It was Jane who, in June 1966, persuaded Paul to buy High Farm, a 183-acre farm in Machrihanish, Campbeltown, Scotland, suggesting it would be a good idea for them to have a remote retreat to which they could escape from the pressures of being constantly in the public eye.
She embarked on a five-month tour of America in 1967, appearing with the Bristol Old Vic in 'Romeo and Juliet' in Boston, Washington and Philadelphia. Paul flew over to America to celebrate her twenty-first birthday, which took place during the tour. It was during this trip that he conceived the idea of 'Magical Mystery Tour.'
On her return, Jane said, "Paul had changed so much. He was on LSD, which I knew nothing about. The house had changed and it was full of stuff I didn't know about."
The two decided to get married and during an interview in the Daily Express in 1967, she said, "I want to get married, probably this year, and have lots and lots of babies. I certainly would be surprised indeed if I married anyone but Paul."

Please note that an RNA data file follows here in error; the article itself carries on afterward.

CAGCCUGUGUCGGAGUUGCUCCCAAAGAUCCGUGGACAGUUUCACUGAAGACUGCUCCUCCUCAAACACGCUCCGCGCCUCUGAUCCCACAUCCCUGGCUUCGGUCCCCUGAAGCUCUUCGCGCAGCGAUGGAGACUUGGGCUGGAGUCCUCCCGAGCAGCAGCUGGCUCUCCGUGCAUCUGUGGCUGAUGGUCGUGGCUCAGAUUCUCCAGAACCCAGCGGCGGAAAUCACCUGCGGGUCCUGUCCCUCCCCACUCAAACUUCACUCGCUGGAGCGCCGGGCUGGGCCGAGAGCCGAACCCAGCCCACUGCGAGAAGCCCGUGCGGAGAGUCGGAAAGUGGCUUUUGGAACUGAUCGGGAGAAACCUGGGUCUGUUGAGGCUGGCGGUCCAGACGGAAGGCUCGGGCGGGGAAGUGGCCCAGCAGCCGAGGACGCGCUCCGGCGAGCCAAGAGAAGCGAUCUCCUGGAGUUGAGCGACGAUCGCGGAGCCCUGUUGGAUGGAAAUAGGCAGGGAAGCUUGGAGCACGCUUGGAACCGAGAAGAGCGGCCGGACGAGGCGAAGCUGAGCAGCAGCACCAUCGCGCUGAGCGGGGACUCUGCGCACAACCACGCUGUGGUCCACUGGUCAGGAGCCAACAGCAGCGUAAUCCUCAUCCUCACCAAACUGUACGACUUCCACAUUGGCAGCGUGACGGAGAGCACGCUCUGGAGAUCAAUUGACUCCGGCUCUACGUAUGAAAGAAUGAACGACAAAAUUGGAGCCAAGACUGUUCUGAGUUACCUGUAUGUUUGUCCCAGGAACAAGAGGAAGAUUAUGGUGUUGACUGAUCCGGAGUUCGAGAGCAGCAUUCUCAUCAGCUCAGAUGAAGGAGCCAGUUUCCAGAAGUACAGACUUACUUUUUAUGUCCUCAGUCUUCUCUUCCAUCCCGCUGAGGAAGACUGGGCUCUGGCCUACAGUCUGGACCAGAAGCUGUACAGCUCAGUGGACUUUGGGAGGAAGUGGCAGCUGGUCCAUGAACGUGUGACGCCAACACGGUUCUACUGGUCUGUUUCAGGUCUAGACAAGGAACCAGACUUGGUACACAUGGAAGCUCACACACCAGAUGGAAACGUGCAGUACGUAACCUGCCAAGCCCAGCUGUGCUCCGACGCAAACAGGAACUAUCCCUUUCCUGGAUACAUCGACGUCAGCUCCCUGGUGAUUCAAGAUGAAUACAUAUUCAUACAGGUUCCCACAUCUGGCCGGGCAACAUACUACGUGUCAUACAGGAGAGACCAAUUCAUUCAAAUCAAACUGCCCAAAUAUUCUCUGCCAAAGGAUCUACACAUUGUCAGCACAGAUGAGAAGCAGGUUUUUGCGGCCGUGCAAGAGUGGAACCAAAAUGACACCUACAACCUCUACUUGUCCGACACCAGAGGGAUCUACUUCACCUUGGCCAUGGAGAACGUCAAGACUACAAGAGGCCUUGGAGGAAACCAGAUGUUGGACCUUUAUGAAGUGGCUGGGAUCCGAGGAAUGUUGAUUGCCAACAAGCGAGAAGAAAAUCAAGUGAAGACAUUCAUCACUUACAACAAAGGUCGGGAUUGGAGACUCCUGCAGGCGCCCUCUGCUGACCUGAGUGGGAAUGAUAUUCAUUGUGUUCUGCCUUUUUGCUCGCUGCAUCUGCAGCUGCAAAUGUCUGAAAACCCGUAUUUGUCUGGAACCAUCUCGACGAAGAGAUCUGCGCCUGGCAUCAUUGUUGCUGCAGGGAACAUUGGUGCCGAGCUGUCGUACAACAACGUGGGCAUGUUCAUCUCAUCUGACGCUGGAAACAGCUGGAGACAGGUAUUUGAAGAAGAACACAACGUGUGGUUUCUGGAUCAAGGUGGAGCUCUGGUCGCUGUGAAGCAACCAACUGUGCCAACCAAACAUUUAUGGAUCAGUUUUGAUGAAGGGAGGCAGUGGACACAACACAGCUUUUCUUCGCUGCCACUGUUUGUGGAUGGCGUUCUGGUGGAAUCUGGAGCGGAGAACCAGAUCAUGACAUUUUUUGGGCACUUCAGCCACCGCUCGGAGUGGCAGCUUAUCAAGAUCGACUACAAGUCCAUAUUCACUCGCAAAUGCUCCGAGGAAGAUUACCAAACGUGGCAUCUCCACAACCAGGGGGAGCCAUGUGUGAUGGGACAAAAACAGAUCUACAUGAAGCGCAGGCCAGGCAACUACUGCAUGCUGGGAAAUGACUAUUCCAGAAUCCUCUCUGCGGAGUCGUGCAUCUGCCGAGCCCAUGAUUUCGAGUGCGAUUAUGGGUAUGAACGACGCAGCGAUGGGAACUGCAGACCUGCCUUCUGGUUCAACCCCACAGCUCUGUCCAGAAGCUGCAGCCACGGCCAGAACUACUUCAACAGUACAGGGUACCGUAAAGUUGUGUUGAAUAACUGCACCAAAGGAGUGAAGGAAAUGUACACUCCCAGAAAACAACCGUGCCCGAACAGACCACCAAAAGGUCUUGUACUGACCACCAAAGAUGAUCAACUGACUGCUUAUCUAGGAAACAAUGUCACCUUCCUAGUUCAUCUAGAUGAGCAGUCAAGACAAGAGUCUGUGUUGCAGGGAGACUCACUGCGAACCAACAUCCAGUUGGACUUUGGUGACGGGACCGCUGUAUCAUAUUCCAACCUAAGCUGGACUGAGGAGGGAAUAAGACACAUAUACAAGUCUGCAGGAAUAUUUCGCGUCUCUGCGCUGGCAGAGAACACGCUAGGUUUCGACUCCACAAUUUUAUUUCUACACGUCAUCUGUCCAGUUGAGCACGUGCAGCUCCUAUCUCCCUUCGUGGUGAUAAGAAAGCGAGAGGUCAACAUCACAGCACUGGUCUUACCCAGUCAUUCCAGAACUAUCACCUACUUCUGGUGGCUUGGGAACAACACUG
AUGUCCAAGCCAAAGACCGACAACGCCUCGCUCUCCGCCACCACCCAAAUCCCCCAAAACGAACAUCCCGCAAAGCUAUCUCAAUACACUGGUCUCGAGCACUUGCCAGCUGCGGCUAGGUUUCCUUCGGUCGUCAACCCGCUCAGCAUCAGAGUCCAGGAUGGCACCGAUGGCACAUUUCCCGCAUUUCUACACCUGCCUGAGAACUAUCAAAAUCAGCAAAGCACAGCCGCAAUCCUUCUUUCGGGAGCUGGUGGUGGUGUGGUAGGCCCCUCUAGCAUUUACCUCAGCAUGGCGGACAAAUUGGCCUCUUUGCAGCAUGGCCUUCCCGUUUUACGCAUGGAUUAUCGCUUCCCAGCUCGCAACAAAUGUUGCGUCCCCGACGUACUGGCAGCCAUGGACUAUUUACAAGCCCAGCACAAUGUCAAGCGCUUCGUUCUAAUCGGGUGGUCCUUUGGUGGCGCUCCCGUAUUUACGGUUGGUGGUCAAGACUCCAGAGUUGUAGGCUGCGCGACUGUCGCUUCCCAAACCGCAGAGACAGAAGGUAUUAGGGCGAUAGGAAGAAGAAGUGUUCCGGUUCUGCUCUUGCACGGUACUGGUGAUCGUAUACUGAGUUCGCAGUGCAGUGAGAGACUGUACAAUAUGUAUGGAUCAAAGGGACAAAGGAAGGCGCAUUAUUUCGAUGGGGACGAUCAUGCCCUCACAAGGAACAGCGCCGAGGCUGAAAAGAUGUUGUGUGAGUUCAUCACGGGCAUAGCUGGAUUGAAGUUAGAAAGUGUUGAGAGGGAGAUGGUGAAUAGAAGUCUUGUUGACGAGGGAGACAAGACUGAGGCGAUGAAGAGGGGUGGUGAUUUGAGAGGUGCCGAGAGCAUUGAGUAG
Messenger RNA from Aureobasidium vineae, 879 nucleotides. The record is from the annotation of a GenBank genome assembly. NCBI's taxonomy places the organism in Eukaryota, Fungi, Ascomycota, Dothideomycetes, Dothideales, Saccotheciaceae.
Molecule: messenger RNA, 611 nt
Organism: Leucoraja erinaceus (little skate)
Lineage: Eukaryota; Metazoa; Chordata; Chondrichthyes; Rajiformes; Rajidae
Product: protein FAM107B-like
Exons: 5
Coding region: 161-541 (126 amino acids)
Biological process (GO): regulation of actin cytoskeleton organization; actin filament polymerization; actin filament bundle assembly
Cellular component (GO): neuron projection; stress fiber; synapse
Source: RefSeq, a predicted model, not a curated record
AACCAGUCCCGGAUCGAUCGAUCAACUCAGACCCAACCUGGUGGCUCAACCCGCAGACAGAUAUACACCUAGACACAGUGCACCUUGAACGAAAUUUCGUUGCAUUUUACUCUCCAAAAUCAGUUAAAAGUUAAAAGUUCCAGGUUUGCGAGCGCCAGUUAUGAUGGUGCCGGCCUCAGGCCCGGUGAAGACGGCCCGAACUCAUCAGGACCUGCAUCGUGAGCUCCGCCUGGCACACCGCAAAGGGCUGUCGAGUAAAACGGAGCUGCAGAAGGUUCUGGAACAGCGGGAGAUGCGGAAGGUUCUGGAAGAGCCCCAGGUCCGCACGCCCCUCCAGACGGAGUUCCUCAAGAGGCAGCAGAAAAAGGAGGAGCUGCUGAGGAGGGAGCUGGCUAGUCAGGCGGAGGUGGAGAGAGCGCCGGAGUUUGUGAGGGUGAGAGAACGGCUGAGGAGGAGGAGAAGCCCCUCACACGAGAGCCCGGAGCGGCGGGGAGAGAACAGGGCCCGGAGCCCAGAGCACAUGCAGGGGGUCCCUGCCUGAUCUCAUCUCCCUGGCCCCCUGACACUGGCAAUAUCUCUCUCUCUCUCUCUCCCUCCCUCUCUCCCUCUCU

On New Year's Day 1968 he proposed, gave her a diamond and emerald ring and they travelled up north to 'Rembrandt' (his Liverpool home) to tell Paul's father.
But the five-year romance came to an abrupt end, despite the fact that they obviously loved each other. Jane had been a virgin when they met and fidelity to a partner obviously meant a great deal to her. On the other hand, Paul had always been a womanizer. During her absences when touring, he had been dating other girls and began an affair with an American, Francie Schwartz.
Jane arrived home unexpectedly when Paul was in bed with Schwartz. She walked out on him and sent her mother to Cavendish Avenue to collect her belongings.
On the 20 July edition of the BBC Television show 'Dee Time', she announced officially that their engagement was off. She was to say, "I know it sounds corny, but we still see each other and love each other, but it hasn't worked out. Perhaps we'll be childhood sweethearts and meet again and get married when we're about 70." The couple did meet once or twice after the Schwartz incident, but the split was final.
Jane met Paul again in 1994 for the first time in more than 20 years.